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Thanksgiving is not a given. I do not mean that the national holiday is in peril. It is safe enough for now, although its rootedness in the theistic tradition could make it a strategic target in future culture wars. But as an actual occasion for giving thanks, it is already in a precarious position. The theistic worldview on which the practice of thanksgiving rests is eroding beneath it.
Of course, it is possible to express thanksgiving whether a theistic worldview is in place or not. Anyone can express gratitude to the important people in their life: a father or mother, family members, friends, and coworkers. It is possible, but it can hardly be assumed.
Gratitude, which is not an action but an attitude or a prevailing spirit, is the necessary foundation upon which the act of thanksgiving operates. Without the spiritual virtue of gratitude, thanksgiving will either be absent, manipulative, or hollow. The absence of gratitude in relationships, like the absence of some important nutrient in the body, is unhealthy.
It is not just unhealthy for the relationship, but unhealthy for the individual. Writing in Psychology Today, Amy Morin cites various studies suggesting that grateful people are physically healthier. They are happier. Their gratitude provides a bulwark against depression, restrains relation-fracturing aggression, and encourages greater sympathy. Grateful people even sleep better.
I have found gratitude to be, both in myself and in others, an accurate barometer of spiritual health. The ingrate not only knows less of life’s pleasures, but also knows less of God’s grace. Gratitude may be the single most important measure of spiritual vitality.
But just knowing that one should be grateful does not make a person so. Even a genuine desire to become grateful will not produce gratitude, any more than the desire to be thin will take away one’s appetite. If the 18th century English divine William Law was right and “the greatest saint in the world … is he who is always thankful to God,” then becoming a consistently grateful person is of enormous value. But how does that happen?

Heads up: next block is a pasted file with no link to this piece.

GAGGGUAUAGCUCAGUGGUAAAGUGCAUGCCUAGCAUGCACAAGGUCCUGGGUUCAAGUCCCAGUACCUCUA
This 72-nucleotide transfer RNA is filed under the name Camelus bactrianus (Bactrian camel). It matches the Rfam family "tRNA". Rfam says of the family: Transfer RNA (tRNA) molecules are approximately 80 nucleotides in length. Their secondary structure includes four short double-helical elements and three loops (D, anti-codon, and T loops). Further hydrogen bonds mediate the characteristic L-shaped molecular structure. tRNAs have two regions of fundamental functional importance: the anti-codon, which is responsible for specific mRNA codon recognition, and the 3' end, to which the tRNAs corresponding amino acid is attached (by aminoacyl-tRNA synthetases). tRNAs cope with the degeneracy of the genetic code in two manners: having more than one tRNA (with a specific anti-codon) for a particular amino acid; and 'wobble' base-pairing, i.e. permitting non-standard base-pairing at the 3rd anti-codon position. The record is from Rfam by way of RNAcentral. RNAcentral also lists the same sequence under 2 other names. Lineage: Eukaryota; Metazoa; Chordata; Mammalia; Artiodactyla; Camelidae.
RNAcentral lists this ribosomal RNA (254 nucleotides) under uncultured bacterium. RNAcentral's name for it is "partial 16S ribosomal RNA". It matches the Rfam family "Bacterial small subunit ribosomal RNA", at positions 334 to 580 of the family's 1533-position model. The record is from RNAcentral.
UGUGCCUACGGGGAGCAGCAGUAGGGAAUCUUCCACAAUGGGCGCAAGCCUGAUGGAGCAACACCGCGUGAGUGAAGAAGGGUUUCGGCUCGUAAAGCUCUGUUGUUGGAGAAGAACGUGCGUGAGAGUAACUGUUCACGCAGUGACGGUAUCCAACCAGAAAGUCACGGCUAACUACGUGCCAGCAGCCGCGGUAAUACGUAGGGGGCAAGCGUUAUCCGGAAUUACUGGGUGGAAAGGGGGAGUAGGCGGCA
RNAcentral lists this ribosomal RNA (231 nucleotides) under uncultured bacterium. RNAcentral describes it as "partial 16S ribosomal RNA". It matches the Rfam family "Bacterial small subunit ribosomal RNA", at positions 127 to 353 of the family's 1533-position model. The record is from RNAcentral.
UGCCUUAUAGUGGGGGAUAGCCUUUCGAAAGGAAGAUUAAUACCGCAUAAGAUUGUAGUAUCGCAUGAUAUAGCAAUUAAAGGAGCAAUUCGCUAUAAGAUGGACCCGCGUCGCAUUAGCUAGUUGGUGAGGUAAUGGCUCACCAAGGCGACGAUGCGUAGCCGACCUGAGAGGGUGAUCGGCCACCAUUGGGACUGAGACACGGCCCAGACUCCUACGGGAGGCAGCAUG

There are steps that can be taken. People can regularly recount their blessings to God and intentionally practice expressing gratitude toward others. These go together, for many of God’s blessings come through people. It is quite impossible that one should be genuinely grateful to God and unappreciative toward people at the same time.
The formation of a grateful spirit, and the habits of thanksgiving it produces, will turn out to be difficult without a foundational belief system to support it. What are some of the components of the grateful person’s belief system?
St. Paul outlines these essential beliefs in his letter to the Romans. The first is the conviction that God is at work and is bringing good to his people in everything that happens. Believing this, a person can be grateful even if she loses her job or house or is diagnosed with cancer. Without this belief, she may endure; willpower may keep her moving forward, but it will not make her a grateful person.
To be truly grateful, even in hard times, people must align themselves with God’s goal for humanity. This, according to the apostle, is nothing less than conformation “to the image of God’s Son” Jesus. For those who adopt this as their goal, everything that happens, both good and bad, can help them achieve their objective. If, however, their goal is to be wealthy, or healthy, or to avoid hassles, gratitude will always be elusive.
To become a grateful person, one must also believe in a God who loves unconditionally. Life will sometimes scream that we are unwanted, unloved, and unworthy. Our own failures will echo that scream. Gratitude can only be reclaimed in such moments if we are convinced that nothing “will be able to separate us from the love of God that is in Christ Jesus our Lord.”
Thanksgiving is the fruit that grows on the tree of gratitude, which is planted in the soil of belief in the powerful, loving God Jesus knew. It is the sweetest and most nourishing fruit we can bring to the holidays.